How do you find the first and second derivatives of #y=(x^3+x)/(4x+1)# using the quotient rule?

1 Answer
Nov 5, 2015

#dy/dx f(x)/g(x) = (g(x)f'(x)-f(x)g'(x))/g(x)^2# so you must find the derivative of the numerator and the denominator and plug them into this "formula".


The quotient rule goes as follows: #dy/dx f(x)/g(x) = (g(x)f'(x)-f(x)g'(x))/g(x)^2#

An easy way to remember this is the mnemonic "low d hi - hi d low over low squared." D meaning derivative. So the denominator times the derivative of the numerator minus the numerator times the derivative of the denominator divided by the denominator squared.

So, if we write down the function next to it's derivatives, it would look like this:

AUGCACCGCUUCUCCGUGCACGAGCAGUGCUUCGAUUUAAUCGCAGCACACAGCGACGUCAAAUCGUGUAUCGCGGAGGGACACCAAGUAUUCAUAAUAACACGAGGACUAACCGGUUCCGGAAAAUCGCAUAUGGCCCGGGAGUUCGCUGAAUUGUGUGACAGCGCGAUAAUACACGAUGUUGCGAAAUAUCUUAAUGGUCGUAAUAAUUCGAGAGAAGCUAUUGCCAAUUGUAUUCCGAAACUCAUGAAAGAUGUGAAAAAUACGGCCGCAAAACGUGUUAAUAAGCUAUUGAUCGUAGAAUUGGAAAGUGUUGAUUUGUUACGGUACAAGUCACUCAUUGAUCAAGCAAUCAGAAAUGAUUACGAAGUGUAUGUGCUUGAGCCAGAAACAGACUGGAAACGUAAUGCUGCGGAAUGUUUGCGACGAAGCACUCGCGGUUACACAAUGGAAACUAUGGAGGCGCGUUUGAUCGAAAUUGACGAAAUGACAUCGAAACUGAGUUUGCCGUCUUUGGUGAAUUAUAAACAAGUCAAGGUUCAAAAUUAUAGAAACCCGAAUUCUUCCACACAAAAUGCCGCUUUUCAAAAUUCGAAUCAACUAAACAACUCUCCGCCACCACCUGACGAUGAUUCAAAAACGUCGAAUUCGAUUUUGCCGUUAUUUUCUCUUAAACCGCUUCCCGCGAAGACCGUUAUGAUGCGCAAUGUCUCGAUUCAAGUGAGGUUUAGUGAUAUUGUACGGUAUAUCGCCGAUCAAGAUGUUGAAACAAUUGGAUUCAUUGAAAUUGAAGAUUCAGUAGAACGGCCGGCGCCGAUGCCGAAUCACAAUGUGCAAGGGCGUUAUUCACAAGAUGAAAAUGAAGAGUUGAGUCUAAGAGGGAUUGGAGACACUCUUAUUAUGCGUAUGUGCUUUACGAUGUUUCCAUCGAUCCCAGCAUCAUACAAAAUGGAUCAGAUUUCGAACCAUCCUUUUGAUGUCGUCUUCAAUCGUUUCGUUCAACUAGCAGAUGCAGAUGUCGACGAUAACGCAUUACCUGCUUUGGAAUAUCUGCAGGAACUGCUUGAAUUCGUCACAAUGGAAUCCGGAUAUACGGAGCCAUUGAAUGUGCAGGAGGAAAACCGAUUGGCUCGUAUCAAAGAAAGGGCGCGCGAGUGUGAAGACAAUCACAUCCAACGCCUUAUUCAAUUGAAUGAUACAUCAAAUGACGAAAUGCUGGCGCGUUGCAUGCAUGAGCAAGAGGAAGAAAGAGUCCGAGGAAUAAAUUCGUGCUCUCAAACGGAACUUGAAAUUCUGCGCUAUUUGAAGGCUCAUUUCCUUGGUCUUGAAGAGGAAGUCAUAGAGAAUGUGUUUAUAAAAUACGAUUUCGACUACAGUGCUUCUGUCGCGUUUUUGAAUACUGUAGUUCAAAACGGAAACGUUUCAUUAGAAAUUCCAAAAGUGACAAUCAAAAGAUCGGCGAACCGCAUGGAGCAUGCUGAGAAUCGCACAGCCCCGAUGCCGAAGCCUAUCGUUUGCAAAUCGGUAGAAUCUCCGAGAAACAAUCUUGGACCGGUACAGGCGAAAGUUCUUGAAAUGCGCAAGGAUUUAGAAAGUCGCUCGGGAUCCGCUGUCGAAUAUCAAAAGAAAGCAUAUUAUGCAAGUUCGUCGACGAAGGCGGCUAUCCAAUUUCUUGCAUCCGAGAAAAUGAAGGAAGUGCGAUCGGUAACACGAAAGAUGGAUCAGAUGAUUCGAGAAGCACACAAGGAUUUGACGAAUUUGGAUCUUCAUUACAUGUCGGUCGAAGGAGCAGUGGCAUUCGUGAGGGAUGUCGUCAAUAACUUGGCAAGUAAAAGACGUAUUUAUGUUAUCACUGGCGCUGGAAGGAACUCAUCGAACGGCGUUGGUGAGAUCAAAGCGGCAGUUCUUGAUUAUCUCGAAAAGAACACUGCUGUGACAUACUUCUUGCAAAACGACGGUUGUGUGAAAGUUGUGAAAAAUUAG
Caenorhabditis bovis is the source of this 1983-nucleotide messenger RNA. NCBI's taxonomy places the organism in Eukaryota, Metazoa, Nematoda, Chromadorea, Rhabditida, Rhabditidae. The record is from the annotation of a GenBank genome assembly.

#(x^3+x)/(4x+1)# derivatives: #(3x^2+1)/4#

We find the derivatives of the numerator and denominator using the power rule. Now that we have that, we plug in each value into the quotient rule.


Now this expression above is your first derivative. Now in order to find the second derivative, you must take the derivative of the first derivative, but I'm going to clean it up first.


Which simplifies to (Going to go ahead and put the derivatives here):

#(8x^3+3x^2+1)/(16x^2+8x+1)# Derivatives: #(24x^2+6x)/(32x+8)#

Now we must find the derivative of this, having fun yet?

#("low"*d "hi" - "hi"*d"low")/"low"^2#


Now this lovely function is your second derivative. You can clean it up if you wish, but most teachers will be okay if you leave it here, you may also factor a bit if you would like.